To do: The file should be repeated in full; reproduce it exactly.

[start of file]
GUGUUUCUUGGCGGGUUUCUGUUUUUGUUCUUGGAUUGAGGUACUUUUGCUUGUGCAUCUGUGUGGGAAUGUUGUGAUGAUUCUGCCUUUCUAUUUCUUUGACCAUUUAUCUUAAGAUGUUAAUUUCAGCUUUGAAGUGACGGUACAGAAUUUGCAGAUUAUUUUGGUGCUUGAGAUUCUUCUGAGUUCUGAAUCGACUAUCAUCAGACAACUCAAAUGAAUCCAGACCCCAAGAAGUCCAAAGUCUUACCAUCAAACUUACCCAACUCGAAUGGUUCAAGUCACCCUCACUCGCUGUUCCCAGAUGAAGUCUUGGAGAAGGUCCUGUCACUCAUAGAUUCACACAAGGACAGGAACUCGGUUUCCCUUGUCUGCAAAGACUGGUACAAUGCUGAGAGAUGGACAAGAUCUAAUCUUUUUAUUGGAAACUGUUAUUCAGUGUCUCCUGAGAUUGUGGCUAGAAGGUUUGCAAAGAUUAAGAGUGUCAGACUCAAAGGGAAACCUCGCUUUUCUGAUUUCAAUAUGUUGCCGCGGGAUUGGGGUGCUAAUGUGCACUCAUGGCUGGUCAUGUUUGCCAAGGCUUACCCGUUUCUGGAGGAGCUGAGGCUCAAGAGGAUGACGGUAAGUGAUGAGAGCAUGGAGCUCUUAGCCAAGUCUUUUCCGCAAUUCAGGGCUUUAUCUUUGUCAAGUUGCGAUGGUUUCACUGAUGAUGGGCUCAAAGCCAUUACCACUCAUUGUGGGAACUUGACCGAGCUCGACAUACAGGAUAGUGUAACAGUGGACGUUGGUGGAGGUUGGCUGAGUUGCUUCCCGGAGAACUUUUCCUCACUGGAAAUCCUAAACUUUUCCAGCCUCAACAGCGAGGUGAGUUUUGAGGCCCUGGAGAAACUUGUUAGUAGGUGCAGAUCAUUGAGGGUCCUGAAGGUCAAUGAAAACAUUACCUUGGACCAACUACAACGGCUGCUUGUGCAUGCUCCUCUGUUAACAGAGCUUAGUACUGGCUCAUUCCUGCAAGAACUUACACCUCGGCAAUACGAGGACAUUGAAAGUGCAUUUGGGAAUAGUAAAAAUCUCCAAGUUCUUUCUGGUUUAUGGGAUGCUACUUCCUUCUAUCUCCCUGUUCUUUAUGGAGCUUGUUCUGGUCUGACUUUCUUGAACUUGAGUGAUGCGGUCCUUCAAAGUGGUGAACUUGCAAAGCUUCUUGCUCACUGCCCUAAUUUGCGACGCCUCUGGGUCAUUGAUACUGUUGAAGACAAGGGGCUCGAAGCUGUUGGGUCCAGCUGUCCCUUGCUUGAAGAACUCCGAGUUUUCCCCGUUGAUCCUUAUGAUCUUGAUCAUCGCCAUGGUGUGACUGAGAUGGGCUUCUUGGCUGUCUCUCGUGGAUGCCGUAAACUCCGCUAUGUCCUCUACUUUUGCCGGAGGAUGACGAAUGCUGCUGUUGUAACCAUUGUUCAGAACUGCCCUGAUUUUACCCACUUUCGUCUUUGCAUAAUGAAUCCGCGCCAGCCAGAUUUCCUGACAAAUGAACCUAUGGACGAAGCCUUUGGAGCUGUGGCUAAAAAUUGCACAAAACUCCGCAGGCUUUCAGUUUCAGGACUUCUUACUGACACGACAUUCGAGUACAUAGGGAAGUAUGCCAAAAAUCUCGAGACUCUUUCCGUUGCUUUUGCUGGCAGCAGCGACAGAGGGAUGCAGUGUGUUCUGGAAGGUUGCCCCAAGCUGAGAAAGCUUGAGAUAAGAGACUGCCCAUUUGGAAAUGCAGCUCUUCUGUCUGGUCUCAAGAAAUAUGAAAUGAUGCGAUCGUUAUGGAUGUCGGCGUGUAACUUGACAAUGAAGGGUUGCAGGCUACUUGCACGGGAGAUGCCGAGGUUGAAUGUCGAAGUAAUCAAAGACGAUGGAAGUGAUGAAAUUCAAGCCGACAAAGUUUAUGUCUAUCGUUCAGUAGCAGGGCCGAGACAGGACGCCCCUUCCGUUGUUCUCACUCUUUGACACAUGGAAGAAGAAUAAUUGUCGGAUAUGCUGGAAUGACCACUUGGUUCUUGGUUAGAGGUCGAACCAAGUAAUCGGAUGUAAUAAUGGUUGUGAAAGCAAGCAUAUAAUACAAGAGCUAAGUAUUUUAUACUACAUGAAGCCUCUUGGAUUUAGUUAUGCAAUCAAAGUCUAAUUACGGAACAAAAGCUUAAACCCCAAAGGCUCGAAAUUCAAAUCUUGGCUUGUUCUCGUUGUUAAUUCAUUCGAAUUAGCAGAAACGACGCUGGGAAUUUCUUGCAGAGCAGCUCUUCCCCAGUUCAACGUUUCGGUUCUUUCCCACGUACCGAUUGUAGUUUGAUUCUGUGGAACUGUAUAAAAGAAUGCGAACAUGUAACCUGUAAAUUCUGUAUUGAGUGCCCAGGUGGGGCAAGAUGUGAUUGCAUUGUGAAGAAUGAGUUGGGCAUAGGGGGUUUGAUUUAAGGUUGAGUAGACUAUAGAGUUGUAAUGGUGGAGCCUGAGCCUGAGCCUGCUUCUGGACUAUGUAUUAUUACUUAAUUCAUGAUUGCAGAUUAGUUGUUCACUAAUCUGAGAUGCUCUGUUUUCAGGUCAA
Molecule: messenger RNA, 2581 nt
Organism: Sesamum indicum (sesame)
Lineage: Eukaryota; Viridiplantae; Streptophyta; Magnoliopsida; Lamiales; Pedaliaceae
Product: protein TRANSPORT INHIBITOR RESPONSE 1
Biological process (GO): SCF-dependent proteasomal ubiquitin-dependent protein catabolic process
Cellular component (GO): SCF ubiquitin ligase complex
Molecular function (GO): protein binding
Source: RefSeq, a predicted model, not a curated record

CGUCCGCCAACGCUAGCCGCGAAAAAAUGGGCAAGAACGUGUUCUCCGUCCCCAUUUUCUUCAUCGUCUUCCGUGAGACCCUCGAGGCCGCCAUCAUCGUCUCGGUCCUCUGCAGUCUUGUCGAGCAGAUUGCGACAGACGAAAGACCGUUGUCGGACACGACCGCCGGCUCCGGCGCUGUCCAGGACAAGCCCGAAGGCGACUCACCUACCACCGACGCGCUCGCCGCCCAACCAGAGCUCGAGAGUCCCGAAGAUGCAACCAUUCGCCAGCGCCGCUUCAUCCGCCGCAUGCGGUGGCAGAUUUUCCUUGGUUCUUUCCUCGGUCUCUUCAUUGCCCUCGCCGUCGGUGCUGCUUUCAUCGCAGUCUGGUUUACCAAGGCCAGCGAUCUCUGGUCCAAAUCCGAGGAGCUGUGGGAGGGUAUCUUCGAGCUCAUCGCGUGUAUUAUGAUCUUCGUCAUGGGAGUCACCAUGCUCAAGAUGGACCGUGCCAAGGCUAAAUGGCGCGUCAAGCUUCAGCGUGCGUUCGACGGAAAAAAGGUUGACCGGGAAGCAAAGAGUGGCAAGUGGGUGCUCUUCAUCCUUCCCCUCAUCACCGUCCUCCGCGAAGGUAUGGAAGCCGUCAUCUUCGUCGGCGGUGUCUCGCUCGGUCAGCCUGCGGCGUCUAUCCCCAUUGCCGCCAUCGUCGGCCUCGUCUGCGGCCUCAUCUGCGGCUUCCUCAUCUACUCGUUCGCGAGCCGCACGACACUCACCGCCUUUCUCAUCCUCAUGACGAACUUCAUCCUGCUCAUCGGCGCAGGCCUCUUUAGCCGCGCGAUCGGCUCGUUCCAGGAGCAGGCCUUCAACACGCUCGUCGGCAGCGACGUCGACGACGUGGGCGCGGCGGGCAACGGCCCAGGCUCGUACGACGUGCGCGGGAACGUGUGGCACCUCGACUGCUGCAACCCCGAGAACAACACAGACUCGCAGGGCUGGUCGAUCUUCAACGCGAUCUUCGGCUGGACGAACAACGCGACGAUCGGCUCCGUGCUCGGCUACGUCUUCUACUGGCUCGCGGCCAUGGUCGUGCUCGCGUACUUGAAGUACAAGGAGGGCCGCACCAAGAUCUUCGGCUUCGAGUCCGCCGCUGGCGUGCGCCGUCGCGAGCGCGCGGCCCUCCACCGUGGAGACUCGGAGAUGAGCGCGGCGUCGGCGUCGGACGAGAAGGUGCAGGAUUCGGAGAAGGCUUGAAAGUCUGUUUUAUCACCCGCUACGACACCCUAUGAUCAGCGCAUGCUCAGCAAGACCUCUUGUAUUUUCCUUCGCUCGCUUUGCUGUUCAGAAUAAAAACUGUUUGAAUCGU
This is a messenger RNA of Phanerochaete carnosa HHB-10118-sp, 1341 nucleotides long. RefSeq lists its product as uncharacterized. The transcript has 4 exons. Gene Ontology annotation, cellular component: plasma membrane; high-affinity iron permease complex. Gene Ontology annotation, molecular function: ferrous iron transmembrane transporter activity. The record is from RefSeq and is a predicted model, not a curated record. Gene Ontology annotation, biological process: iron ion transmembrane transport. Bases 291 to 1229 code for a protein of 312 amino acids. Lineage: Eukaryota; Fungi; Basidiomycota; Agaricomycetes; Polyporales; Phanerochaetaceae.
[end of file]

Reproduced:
GUGUUUCUUGGCGGGUUUCUGUUUUUGUUCUUGGAUUGAGGUACUUUUGCUUGUGCAUCUGUGUGGGAAUGUUGUGAUGAUUCUGCCUUUCUAUUUCUUUGACCAUUUAUCUUAAGAUGUUAAUUUCAGCUUUGAAGUGACGGUACAGAAUUUGCAGAUUAUUUUGGUGCUUGAGAUUCUUCUGAGUUCUGAAUCGACUAUCAUCAGACAACUCAAAUGAAUCCAGACCCCAAGAAGUCCAAAGUCUUACCAUCAAACUUACCCAACUCGAAUGGUUCAAGUCACCCUCACUCGCUGUUCCCAGAUGAAGUCUUGGAGAAGGUCCUGUCACUCAUAGAUUCACACAAGGACAGGAACUCGGUUUCCCUUGUCUGCAAAGACUGGUACAAUGCUGAGAGAUGGACAAGAUCUAAUCUUUUUAUUGGAAACUGUUAUUCAGUGUCUCCUGAGAUUGUGGCUAGAAGGUUUGCAAAGAUUAAGAGUGUCAGACUCAAAGGGAAACCUCGCUUUUCUGAUUUCAAUAUGUUGCCGCGGGAUUGGGGUGCUAAUGUGCACUCAUGGCUGGUCAUGUUUGCCAAGGCUUACCCGUUUCUGGAGGAGCUGAGGCUCAAGAGGAUGACGGUAAGUGAUGAGAGCAUGGAGCUCUUAGCCAAGUCUUUUCCGCAAUUCAGGGCUUUAUCUUUGUCAAGUUGCGAUGGUUUCACUGAUGAUGGGCUCAAAGCCAUUACCACUCAUUGUGGGAACUUGACCGAGCUCGACAUACAGGAUAGUGUAACAGUGGACGUUGGUGGAGGUUGGCUGAGUUGCUUCCCGGAGAACUUUUCCUCACUGGAAAUCCUAAACUUUUCCAGCCUCAACAGCGAGGUGAGUUUUGAGGCCCUGGAGAAACUUGUUAGUAGGUGCAGAUCAUUGAGGGUCCUGAAGGUCAAUGAAAACAUUACCUUGGACCAACUACAACGGCUGCUUGUGCAUGCUCCUCUGUUAACAGAGCUUAGUACUGGCUCAUUCCUGCAAGAACUUACACCUCGGCAAUACGAGGACAUUGAAAGUGCAUUUGGGAAUAGUAAAAAUCUCCAAGUUCUUUCUGGUUUAUGGGAUGCUACUUCCUUCUAUCUCCCUGUUCUUUAUGGAGCUUGUUCUGGUCUGACUUUCUUGAACUUGAGUGAUGCGGUCCUUCAAAGUGGUGAACUUGCAAAGCUUCUUGCUCACUGCCCUAAUUUGCGACGCCUCUGGGUCAUUGAUACUGUUGAAGACAAGGGGCUCGAAGCUGUUGGGUCCAGCUGUCCCUUGCUUGAAGAACUCCGAGUUUUCCCCGUUGAUCCUUAUGAUCUUGAUCAUCGCCAUGGUGUGACUGAGAUGGGCUUCUUGGCUGUCUCUCGUGGAUGCCGUAAACUCCGCUAUGUCCUCUACUUUUGCCGGAGGAUGACGAAUGCUGCUGUUGUAACCAUUGUUCAGAACUGCCCUGAUUUUACCCACUUUCGUCUUUGCAUAAUGAAUCCGCGCCAGCCAGAUUUCCUGACAAAUGAACCUAUGGACGAAGCCUUUGGAGCUGUGGCUAAAAAUUGCACAAAACUCCGCAGGCUUUCAGUUUCAGGACUUCUUACUGACACGACAUUCGAGUACAUAGGGAAGUAUGCCAAAAAUCUCGAGACUCUUUCCGUUGCUUUUGCUGGCAGCAGCGACAGAGGGAUGCAGUGUGUUCUGGAAGGUUGCCCCAAGCUGAGAAAGCUUGAGAUAAGAGACUGCCCAUUUGGAAAUGCAGCUCUUCUGUCUGGUCUCAAGAAAUAUGAAAUGAUGCGAUCGUUAUGGAUGUCGGCGUGUAACUUGACAAUGAAGGGUUGCAGGCUACUUGCACGGGAGAUGCCGAGGUUGAAUGUCGAAGUAAUCAAAGACGAUGGAAGUGAUGAAAUUCAAGCCGACAAAGUUUAUGUCUAUCGUUCAGUAGCAGGGCCGAGACAGGACGCCCCUUCCGUUGUUCUCACUCUUUGACACAUGGAAGAAGAAUAAUUGUCGGAUAUGCUGGAAUGACCACUUGGUUCUUGGUUAGAGGUCGAACCAAGUAAUCGGAUGUAAUAAUGGUUGUGAAAGCAAGCAUAUAAUACAAGAGCUAAGUAUUUUAUACUACAUGAAGCCUCUUGGAUUUAGUUAUGCAAUCAAAGUCUAAUUACGGAACAAAAGCUUAAACCCCAAAGGCUCGAAAUUCAAAUCUUGGCUUGUUCUCGUUGUUAAUUCAUUCGAAUUAGCAGAAACGACGCUGGGAAUUUCUUGCAGAGCAGCUCUUCCCCAGUUCAACGUUUCGGUUCUUUCCCACGUACCGAUUGUAGUUUGAUUCUGUGGAACUGUAUAAAAGAAUGCGAACAUGUAACCUGUAAAUUCUGUAUUGAGUGCCCAGGUGGGGCAAGAUGUGAUUGCAUUGUGAAGAAUGAGUUGGGCAUAGGGGGUUUGAUUUAAGGUUGAGUAGACUAUAGAGUUGUAAUGGUGGAGCCUGAGCCUGAGCCUGCUUCUGGACUAUGUAUUAUUACUUAAUUCAUGAUUGCAGAUUAGUUGUUCACUAAUCUGAGAUGCUCUGUUUUCAGGUCAA
Molecule: messenger RNA, 2581 nt
Organism: Sesamum indicum (sesame)
Lineage: Eukaryota; Viridiplantae; Streptophyta; Magnoliopsida; Lamiales; Pedaliaceae
Product: protein TRANSPORT INHIBITOR RESPONSE 1
Biological process (GO): SCF-dependent proteasomal ubiquitin-dependent protein catabolic process
Cellular component (GO): SCF ubiquitin ligase complex
Molecular function (GO): protein binding
Source: RefSeq, a predicted model, not a curated record

CGUCCGCCAACGCUAGCCGCGAAAAAAUGGGCAAGAACGUGUUCUCCGUCCCCAUUUUCUUCAUCGUCUUCCGUGAGACCCUCGAGGCCGCCAUCAUCGUCUCGGUCCUCUGCAGUCUUGUCGAGCAGAUUGCGACAGACGAAAGACCGUUGUCGGACACGACCGCCGGCUCCGGCGCUGUCCAGGACAAGCCCGAAGGCGACUCACCUACCACCGACGCGCUCGCCGCCCAACCAGAGCUCGAGAGUCCCGAAGAUGCAACCAUUCGCCAGCGCCGCUUCAUCCGCCGCAUGCGGUGGCAGAUUUUCCUUGGUUCUUUCCUCGGUCUCUUCAUUGCCCUCGCCGUCGGUGCUGCUUUCAUCGCAGUCUGGUUUACCAAGGCCAGCGAUCUCUGGUCCAAAUCCGAGGAGCUGUGGGAGGGUAUCUUCGAGCUCAUCGCGUGUAUUAUGAUCUUCGUCAUGGGAGUCACCAUGCUCAAGAUGGACCGUGCCAAGGCUAAAUGGCGCGUCAAGCUUCAGCGUGCGUUCGACGGAAAAAAGGUUGACCGGGAAGCAAAGAGUGGCAAGUGGGUGCUCUUCAUCCUUCCCCUCAUCACCGUCCUCCGCGAAGGUAUGGAAGCCGUCAUCUUCGUCGGCGGUGUCUCGCUCGGUCAGCCUGCGGCGUCUAUCCCCAUUGCCGCCAUCGUCGGCCUCGUCUGCGGCCUCAUCUGCGGCUUCCUCAUCUACUCGUUCGCGAGCCGCACGACACUCACCGCCUUUCUCAUCCUCAUGACGAACUUCAUCCUGCUCAUCGGCGCAGGCCUCUUUAGCCGCGCGAUCGGCUCGUUCCAGGAGCAGGCCUUCAACACGCUCGUCGGCAGCGACGUCGACGACGUGGGCGCGGCGGGCAACGGCCCAGGCUCGUACGACGUGCGCGGGAACGUGUGGCACCUCGACUGCUGCAACCCCGAGAACAACACAGACUCGCAGGGCUGGUCGAUCUUCAACGCGAUCUUCGGCUGGACGAACAACGCGACGAUCGGCUCCGUGCUCGGCUACGUCUUCUACUGGCUCGCGGCCAUGGUCGUGCUCGCGUACUUGAAGUACAAGGAGGGCCGCACCAAGAUCUUCGGCUUCGAGUCCGCCGCUGGCGUGCGCCGUCGCGAGCGCGCGGCCCUCCACCGUGGAGACUCGGAGAUGAGCGCGGCGUCGGCGUCGGACGAGAAGGUGCAGGAUUCGGAGAAGGCUUGAAAGUCUGUUUUAUCACCCGCUACGACACCCUAUGAUCAGCGCAUGCUCAGCAAGACCUCUUGUAUUUUCCUUCGCUCGCUUUGCUGUUCAGAAUAAAAACUGUUUGAAUCGU
This is a messenger RNA of Phanerochaete carnosa HHB-10118-sp, 1341 nucleotides long. RefSeq lists its product as uncharacterized. The transcript has 4 exons. Gene Ontology annotation, cellular component: plasma membrane; high-affinity iron permease complex. Gene Ontology annotation, molecular function: ferrous iron transmembrane transporter activity. The record is from RefSeq and is a predicted model, not a curated record. Gene Ontology annotation, biological process: iron ion transmembrane transport. Bases 291 to 1229 code for a protein of 312 amino acids. Lineage: Eukaryota; Fungi; Basidiomycota; Agaricomycetes; Polyporales; Phanerochaetaceae.